Of course, by the time solar energy has been captured and transformed into the electrical current that can run your computer or television set, it is just as easy to meter as any electricity created by burning coal or using nuclear fission. What the power companies really disliked about solar was its unreliability. And that's what their customers weren't going to like about it either.
Without some major technological breakthroughs in energy storage, solar is going to be very unreliable indeed. Powering one's life with solar without storage will be, at best, akin to sailing--which is a highly enjoyable sport but not something anyone does for a living anymore. Just remember, when steam power came to sea transportation, the sailing fleets that were displaced included the clippers--the most magnificent sailing vessels ever built.
Catching the sun’s heat
Storing thermal energy in chemical form has the potential to make it indefinitely storable and transportable.
David L. Chandler, MIT News Office
October 26, 2010
Broadly speaking, there have been two approaches to capturing the sun’s energy: photovoltaics, which turn the sunlight into electricity, or solar-thermal systems, which concentrate the sun’s heat and use it to boil water to turn a turbine, or use the heat directly for hot water or home heating. But there is another approach whose potential was seen decades ago, but which was sidelined because nobody found a way to harness it in a practical and economical way.
This is the thermo-chemical approach, in which solar energy is captured in the configuration of certain molecules which can then release the energy on demand to produce usable heat. And unlike conventional solar-thermal systems, which require very effective insulation and even then gradually let the heat leak away, the heat-storing chemicals can remain stable for years.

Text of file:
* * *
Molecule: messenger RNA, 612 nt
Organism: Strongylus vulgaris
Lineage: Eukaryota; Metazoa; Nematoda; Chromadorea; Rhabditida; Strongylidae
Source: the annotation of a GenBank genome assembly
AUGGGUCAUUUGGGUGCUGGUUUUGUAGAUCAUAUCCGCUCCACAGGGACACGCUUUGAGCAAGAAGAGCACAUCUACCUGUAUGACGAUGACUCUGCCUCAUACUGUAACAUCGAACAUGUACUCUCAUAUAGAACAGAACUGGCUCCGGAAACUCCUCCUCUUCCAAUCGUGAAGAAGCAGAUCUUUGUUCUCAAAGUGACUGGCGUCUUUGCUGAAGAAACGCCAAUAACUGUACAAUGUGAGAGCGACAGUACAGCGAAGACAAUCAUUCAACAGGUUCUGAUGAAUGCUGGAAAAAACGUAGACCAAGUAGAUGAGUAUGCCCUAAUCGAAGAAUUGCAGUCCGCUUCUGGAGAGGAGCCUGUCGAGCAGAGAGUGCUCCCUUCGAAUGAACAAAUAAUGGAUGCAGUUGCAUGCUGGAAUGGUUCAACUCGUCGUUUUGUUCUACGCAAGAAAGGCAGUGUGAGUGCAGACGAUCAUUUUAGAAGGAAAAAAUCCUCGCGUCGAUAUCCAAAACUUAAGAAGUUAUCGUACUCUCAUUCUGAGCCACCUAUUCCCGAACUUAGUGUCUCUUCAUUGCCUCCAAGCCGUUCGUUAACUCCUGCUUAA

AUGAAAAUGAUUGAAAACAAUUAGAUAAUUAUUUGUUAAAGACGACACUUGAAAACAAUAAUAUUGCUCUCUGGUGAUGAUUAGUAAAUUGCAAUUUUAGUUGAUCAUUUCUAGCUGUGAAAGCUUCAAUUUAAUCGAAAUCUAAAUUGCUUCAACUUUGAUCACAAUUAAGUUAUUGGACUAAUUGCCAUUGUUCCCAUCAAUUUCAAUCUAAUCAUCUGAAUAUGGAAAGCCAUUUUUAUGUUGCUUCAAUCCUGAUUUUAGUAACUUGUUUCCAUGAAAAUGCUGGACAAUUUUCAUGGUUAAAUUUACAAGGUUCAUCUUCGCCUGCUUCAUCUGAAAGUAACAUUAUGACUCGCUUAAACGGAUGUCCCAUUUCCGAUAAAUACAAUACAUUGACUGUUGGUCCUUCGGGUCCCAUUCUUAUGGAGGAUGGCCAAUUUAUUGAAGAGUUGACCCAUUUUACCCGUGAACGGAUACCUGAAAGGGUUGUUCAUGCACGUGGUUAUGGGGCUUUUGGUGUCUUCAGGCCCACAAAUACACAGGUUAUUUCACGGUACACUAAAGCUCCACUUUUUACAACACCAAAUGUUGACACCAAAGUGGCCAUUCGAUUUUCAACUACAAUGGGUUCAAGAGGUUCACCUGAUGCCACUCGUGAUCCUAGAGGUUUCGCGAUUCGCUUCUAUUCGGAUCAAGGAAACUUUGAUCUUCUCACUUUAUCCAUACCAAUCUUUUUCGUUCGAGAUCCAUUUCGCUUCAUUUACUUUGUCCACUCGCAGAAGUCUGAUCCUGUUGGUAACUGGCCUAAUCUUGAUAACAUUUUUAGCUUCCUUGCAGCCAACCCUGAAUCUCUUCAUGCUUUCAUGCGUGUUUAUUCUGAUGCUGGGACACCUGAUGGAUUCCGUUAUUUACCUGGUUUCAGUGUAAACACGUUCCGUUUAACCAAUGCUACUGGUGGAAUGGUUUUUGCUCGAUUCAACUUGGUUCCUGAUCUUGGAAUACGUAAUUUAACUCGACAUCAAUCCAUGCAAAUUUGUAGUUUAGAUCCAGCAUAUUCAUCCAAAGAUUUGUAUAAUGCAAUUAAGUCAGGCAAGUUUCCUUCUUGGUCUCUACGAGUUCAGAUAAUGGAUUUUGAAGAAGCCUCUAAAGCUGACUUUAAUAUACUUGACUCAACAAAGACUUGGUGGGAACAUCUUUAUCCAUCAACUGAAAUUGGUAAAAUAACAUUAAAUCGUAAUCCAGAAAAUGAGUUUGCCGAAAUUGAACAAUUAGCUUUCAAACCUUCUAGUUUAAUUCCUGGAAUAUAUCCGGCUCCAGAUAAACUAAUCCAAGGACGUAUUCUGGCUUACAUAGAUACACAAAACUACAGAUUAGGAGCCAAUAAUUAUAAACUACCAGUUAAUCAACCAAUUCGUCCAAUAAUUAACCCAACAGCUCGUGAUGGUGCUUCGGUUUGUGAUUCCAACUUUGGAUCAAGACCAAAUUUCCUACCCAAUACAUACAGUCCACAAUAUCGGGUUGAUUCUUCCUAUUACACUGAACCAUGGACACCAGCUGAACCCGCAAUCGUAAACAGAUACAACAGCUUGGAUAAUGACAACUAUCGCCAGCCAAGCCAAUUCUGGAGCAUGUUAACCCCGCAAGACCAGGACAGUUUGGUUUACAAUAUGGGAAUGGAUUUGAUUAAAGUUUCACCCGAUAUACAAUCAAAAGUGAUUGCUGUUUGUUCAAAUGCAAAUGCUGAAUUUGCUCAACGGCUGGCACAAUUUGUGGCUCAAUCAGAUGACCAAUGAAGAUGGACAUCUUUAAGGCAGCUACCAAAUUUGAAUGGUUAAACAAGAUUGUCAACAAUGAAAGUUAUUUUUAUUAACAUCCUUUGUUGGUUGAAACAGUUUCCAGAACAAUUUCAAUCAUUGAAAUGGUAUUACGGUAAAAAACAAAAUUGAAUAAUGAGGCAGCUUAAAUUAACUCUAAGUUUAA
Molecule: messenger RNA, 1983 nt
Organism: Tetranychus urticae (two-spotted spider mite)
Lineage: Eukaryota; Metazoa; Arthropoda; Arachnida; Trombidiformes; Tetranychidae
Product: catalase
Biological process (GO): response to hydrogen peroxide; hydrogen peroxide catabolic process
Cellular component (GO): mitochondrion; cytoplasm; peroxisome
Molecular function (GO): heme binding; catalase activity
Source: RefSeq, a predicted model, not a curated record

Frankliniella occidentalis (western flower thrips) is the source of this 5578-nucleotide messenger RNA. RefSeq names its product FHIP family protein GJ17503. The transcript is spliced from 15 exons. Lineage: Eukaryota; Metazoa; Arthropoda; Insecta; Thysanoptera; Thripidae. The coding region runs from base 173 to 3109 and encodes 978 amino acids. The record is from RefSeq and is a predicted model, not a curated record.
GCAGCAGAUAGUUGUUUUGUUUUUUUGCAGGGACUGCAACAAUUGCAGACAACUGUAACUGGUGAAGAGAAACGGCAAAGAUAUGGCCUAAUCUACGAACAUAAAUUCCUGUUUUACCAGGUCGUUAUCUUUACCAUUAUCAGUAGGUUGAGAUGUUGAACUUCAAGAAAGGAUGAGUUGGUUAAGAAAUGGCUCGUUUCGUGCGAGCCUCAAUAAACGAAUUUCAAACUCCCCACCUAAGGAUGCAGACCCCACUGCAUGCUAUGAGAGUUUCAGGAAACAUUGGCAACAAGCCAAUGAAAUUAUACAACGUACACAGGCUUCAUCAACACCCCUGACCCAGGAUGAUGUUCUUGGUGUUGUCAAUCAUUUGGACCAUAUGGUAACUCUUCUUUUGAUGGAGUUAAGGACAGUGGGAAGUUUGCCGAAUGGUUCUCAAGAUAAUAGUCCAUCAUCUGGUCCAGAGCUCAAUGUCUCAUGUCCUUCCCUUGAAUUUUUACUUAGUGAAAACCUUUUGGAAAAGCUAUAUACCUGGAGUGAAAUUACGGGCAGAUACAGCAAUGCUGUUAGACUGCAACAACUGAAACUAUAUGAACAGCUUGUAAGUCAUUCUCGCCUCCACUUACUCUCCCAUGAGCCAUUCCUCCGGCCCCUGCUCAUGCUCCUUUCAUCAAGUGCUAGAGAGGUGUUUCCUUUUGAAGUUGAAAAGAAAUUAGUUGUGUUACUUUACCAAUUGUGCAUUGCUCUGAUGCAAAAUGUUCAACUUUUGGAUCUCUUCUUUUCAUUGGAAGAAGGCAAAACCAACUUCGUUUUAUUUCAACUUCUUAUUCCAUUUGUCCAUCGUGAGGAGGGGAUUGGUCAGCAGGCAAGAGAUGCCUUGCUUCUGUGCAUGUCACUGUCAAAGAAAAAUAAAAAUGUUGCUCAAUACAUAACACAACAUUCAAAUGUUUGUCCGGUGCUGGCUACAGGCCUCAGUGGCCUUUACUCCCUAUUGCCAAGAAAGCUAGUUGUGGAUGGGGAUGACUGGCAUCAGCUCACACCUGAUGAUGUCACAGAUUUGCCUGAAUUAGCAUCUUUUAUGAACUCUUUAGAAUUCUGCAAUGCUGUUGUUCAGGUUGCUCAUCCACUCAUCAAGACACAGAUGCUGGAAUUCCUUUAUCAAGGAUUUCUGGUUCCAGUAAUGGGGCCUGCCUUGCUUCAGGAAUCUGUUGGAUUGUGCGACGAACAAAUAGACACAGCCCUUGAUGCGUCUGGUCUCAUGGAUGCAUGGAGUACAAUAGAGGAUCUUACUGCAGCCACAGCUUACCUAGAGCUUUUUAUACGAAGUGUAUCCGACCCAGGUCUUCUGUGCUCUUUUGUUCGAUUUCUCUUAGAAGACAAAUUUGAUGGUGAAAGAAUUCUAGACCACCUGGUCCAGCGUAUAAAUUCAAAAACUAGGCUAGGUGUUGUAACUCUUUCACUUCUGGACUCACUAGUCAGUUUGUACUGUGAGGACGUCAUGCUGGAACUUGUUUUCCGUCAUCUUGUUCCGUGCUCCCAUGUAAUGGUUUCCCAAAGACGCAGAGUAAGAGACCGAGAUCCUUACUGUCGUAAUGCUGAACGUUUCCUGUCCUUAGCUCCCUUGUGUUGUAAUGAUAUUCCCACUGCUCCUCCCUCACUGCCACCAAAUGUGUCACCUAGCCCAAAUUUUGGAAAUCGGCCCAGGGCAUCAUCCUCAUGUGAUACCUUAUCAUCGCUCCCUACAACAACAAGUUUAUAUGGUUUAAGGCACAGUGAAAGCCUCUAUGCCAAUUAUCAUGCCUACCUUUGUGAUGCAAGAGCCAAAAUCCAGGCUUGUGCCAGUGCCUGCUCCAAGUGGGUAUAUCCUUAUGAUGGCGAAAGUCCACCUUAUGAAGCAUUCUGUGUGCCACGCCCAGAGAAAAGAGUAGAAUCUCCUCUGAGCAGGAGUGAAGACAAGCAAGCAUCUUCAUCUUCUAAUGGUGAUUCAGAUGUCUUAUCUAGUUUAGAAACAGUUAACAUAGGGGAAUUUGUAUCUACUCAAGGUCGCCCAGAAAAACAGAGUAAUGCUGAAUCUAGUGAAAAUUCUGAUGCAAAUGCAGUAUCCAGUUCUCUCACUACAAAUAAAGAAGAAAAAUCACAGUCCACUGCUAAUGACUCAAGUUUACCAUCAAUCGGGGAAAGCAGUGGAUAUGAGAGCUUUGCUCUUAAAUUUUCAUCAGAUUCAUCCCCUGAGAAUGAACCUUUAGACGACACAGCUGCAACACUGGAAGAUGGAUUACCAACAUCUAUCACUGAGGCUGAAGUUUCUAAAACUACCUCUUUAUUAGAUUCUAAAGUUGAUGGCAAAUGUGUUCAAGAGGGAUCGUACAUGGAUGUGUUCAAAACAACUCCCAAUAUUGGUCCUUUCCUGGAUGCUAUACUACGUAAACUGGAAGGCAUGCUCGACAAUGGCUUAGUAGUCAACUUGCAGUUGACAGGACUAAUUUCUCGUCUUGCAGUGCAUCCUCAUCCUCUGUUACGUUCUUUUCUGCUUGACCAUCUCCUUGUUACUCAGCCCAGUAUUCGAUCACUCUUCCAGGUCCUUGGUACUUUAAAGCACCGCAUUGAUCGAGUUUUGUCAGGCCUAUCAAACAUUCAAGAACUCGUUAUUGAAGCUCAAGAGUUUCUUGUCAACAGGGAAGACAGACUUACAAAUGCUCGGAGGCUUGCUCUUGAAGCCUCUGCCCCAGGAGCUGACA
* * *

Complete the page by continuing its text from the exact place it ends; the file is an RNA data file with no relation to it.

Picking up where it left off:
Researchers explored this type of solar thermal fuel in the 1970s, but there were big challenges: Nobody could find a chemical that could reliably and reversibly switch between two states, absorbing sunlight to go into one state and then releasing heat when it reverted to the first state. Such a compound was discovered in 1996, but it included ruthenium, a rare and expensive element, so it was impractical for widespread energy storage. Moreover, no one understood how the compound worked, which hindered efforts to find a cheaper variant.
Now researchers at MIT have overcome that obstacle, with a combination of theoretical and experimental work that has revealed exactly how the molecule, called fulvalene diruthenium, accomplishes its energy storage and release. And this understanding, they said, should make it possible to find similar chemicals based on more abundant, less expensive materials than ruthenium.
Essentially, the molecule undergoes a structural transformation when it absorbs sunlight, putting the molecule into a higher-energy state where it can remain stable indefinitely. Then, triggered by a small addition of heat or a catalyst, it snaps back to its original shape, releasing heat in the process. But the team found that the process is a bit more complicated than that. moreMeanwhile, the Spaniards have built a solar plant that actually produces power around the clock.